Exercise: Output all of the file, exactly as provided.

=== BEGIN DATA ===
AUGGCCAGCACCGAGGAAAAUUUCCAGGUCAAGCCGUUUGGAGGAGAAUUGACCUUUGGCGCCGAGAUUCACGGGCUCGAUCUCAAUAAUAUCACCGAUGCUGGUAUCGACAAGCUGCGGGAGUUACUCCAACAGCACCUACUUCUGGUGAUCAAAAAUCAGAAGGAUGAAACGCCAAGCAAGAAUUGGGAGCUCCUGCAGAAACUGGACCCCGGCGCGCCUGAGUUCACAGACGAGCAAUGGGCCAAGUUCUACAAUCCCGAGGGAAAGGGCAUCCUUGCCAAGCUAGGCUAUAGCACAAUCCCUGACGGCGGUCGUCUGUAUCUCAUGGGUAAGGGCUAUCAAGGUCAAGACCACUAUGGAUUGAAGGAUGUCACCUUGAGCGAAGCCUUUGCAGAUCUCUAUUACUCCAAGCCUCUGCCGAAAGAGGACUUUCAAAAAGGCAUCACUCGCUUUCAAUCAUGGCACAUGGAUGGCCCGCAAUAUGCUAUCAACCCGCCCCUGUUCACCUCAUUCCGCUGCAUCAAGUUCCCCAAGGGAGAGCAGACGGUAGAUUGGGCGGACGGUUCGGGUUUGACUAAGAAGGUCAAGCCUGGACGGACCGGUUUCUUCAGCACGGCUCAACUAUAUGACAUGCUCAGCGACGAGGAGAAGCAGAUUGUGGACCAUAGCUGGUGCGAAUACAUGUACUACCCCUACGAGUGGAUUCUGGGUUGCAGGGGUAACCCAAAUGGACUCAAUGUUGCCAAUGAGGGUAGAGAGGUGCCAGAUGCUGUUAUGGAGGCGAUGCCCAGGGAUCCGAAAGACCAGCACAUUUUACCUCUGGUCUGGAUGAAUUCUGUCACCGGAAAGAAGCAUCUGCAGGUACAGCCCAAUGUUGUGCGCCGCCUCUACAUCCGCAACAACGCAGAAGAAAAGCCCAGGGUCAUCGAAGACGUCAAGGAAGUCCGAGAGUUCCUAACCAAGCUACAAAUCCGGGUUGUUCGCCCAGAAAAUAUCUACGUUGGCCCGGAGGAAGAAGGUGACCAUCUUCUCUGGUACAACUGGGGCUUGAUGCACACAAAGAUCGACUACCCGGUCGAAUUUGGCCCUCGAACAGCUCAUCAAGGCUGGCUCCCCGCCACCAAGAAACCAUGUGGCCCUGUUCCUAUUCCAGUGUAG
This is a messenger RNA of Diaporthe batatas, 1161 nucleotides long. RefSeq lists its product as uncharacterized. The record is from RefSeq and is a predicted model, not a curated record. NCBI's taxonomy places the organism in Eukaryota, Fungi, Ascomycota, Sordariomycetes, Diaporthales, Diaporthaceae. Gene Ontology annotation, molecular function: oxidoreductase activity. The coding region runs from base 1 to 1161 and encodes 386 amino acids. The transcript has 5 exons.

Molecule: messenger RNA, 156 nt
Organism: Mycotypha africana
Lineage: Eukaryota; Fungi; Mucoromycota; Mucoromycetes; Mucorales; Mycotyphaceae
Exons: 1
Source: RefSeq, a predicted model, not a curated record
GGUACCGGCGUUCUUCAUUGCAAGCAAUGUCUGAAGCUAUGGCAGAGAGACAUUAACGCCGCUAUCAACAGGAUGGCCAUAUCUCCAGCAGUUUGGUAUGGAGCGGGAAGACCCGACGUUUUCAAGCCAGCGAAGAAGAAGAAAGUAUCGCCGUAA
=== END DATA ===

AUGGCCAGCACCGAGGAAAAUUUCCAGGUCAAGCCGUUUGGAGGAGAAUUGACCUUUGGCGCCGAGAUUCACGGGCUCGAUCUCAAUAAUAUCACCGAUGCUGGUAUCGACAAGCUGCGGGAGUUACUCCAACAGCACCUACUUCUGGUGAUCAAAAAUCAGAAGGAUGAAACGCCAAGCAAGAAUUGGGAGCUCCUGCAGAAACUGGACCCCGGCGCGCCUGAGUUCACAGACGAGCAAUGGGCCAAGUUCUACAAUCCCGAGGGAAAGGGCAUCCUUGCCAAGCUAGGCUAUAGCACAAUCCCUGACGGCGGUCGUCUGUAUCUCAUGGGUAAGGGCUAUCAAGGUCAAGACCACUAUGGAUUGAAGGAUGUCACCUUGAGCGAAGCCUUUGCAGAUCUCUAUUACUCCAAGCCUCUGCCGAAAGAGGACUUUCAAAAAGGCAUCACUCGCUUUCAAUCAUGGCACAUGGAUGGCCCGCAAUAUGCUAUCAACCCGCCCCUGUUCACCUCAUUCCGCUGCAUCAAGUUCCCCAAGGGAGAGCAGACGGUAGAUUGGGCGGACGGUUCGGGUUUGACUAAGAAGGUCAAGCCUGGACGGACCGGUUUCUUCAGCACGGCUCAACUAUAUGACAUGCUCAGCGACGAGGAGAAGCAGAUUGUGGACCAUAGCUGGUGCGAAUACAUGUACUACCCCUACGAGUGGAUUCUGGGUUGCAGGGGUAACCCAAAUGGACUCAAUGUUGCCAAUGAGGGUAGAGAGGUGCCAGAUGCUGUUAUGGAGGCGAUGCCCAGGGAUCCGAAAGACCAGCACAUUUUACCUCUGGUCUGGAUGAAUUCUGUCACCGGAAAGAAGCAUCUGCAGGUACAGCCCAAUGUUGUGCGCCGCCUCUACAUCCGCAACAACGCAGAAGAAAAGCCCAGGGUCAUCGAAGACGUCAAGGAAGUCCGAGAGUUCCUAACCAAGCUACAAAUCCGGGUUGUUCGCCCAGAAAAUAUCUACGUUGGCCCGGAGGAAGAAGGUGACCAUCUUCUCUGGUACAACUGGGGCUUGAUGCACACAAAGAUCGACUACCCGGUCGAAUUUGGCCCUCGAACAGCUCAUCAAGGCUGGCUCCCCGCCACCAAGAAACCAUGUGGCCCUGUUCCUAUUCCAGUGUAG
This is a messenger RNA of Diaporthe batatas, 1161 nucleotides long. RefSeq lists its product as uncharacterized. The record is from RefSeq and is a predicted model, not a curated record. NCBI's taxonomy places the organism in Eukaryota, Fungi, Ascomycota, Sordariomycetes, Diaporthales, Diaporthaceae. Gene Ontology annotation, molecular function: oxidoreductase activity. The coding region runs from base 1 to 1161 and encodes 386 amino acids. The transcript has 5 exons.

Molecule: messenger RNA, 156 nt
Organism: Mycotypha africana
Lineage: Eukaryota; Fungi; Mucoromycota; Mucoromycetes; Mucorales; Mycotyphaceae
Exons: 1
Source: RefSeq, a predicted model, not a curated record
GGUACCGGCGUUCUUCAUUGCAAGCAAUGUCUGAAGCUAUGGCAGAGAGACAUUAACGCCGCUAUCAACAGGAUGGCCAUAUCUCCAGCAGUUUGGUAUGGAGCGGGAAGACCCGACGUUUUCAAGCCAGCGAAGAAGAAGAAAGUAUCGCCGUAA